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2018 Hot Sci @ STScI

To Grow a Supermassive Black Hole: Investigating the Connection Between Mergers and the Diverse Family of Active Galactic Nuclei

Presented by: Erini Lambrides  (Johns Hopkins University)
Category: Science Colloquia   Duration: 30 minutes   Broadcast date: July 25, 2018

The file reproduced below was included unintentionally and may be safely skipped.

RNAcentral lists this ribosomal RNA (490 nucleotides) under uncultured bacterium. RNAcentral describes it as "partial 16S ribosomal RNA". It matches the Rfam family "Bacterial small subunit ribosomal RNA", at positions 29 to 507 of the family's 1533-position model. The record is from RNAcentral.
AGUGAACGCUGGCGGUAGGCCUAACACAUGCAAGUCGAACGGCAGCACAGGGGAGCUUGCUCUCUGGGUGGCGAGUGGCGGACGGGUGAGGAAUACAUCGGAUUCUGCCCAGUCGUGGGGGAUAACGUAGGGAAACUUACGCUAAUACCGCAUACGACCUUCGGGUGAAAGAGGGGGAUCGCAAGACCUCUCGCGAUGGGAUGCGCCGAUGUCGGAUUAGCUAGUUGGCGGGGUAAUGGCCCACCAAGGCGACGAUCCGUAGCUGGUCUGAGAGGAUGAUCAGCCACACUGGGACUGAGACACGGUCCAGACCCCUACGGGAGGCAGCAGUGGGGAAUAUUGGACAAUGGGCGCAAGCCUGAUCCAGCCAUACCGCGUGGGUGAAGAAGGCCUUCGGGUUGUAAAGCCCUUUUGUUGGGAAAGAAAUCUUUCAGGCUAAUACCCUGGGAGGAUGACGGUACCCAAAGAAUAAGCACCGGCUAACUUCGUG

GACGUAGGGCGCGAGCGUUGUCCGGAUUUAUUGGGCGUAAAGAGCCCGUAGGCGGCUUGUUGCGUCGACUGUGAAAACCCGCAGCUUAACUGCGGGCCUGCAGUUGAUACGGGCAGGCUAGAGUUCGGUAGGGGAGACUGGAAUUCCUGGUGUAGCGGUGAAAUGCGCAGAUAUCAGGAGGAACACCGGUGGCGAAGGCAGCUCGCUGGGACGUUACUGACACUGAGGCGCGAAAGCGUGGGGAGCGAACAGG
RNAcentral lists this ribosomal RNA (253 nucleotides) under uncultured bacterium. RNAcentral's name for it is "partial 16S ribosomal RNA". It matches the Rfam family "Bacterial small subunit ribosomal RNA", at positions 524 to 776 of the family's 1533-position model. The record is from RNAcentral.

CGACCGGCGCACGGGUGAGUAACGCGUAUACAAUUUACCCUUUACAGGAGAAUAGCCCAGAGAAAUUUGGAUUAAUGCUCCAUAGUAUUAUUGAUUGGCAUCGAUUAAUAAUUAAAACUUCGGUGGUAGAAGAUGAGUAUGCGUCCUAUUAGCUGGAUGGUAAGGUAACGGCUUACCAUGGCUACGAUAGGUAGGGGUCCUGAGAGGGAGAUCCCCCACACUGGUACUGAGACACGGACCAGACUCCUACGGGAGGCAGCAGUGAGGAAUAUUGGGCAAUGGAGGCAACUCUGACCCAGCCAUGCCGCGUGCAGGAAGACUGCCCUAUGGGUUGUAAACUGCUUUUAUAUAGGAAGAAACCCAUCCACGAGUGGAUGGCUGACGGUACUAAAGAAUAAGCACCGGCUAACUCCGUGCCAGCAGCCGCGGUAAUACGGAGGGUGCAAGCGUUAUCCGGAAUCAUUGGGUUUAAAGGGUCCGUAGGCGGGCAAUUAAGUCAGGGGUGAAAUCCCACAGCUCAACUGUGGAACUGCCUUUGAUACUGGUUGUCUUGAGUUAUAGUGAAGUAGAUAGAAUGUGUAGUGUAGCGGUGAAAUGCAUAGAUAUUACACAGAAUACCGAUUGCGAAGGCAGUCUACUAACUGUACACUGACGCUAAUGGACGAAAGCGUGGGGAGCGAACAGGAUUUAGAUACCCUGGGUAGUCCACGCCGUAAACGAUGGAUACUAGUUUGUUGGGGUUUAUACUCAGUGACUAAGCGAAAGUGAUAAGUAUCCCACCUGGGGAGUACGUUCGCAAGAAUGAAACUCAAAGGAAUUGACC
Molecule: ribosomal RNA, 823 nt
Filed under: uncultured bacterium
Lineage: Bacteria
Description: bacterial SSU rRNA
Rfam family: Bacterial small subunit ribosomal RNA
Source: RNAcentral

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Central super-massive black hole growth occurs over short-lived periods (10 - 100 Myrs), and in order for matter to fall within a black hole's sphere of influence, it needs to lose almost all of its angular momentum. Mergers have been proposed as the driving mechanism for central super-massive black hole growth, but observational evidence for this fueling scenario yields mixed results. Growing central super-massive black holes or active galactic nuclei (AGN) exist in a variety of host environments. It is undetermined whether the merger driven AGN fueling is a viable mechanism for all types of AGN sub-types and host galaxies. In this talk, I outline the necessity and complications of accurately characterizing the host galaxies of AGN via a large extragalactic sample (GOODS N/S, COSMOS, AEGIS fields) with a well sampled wavelength range (X-ray to Radio photometry) and deep optical/UV/NIR imaging via HST. We find evidence for the X-ray luminosity in the integrated .5-10 keV range to be underestimated by an order of magnitude for 50% of our X-ray selected AGN sample. We discuss the implications this has for AGN classification in the context of the merger scenario.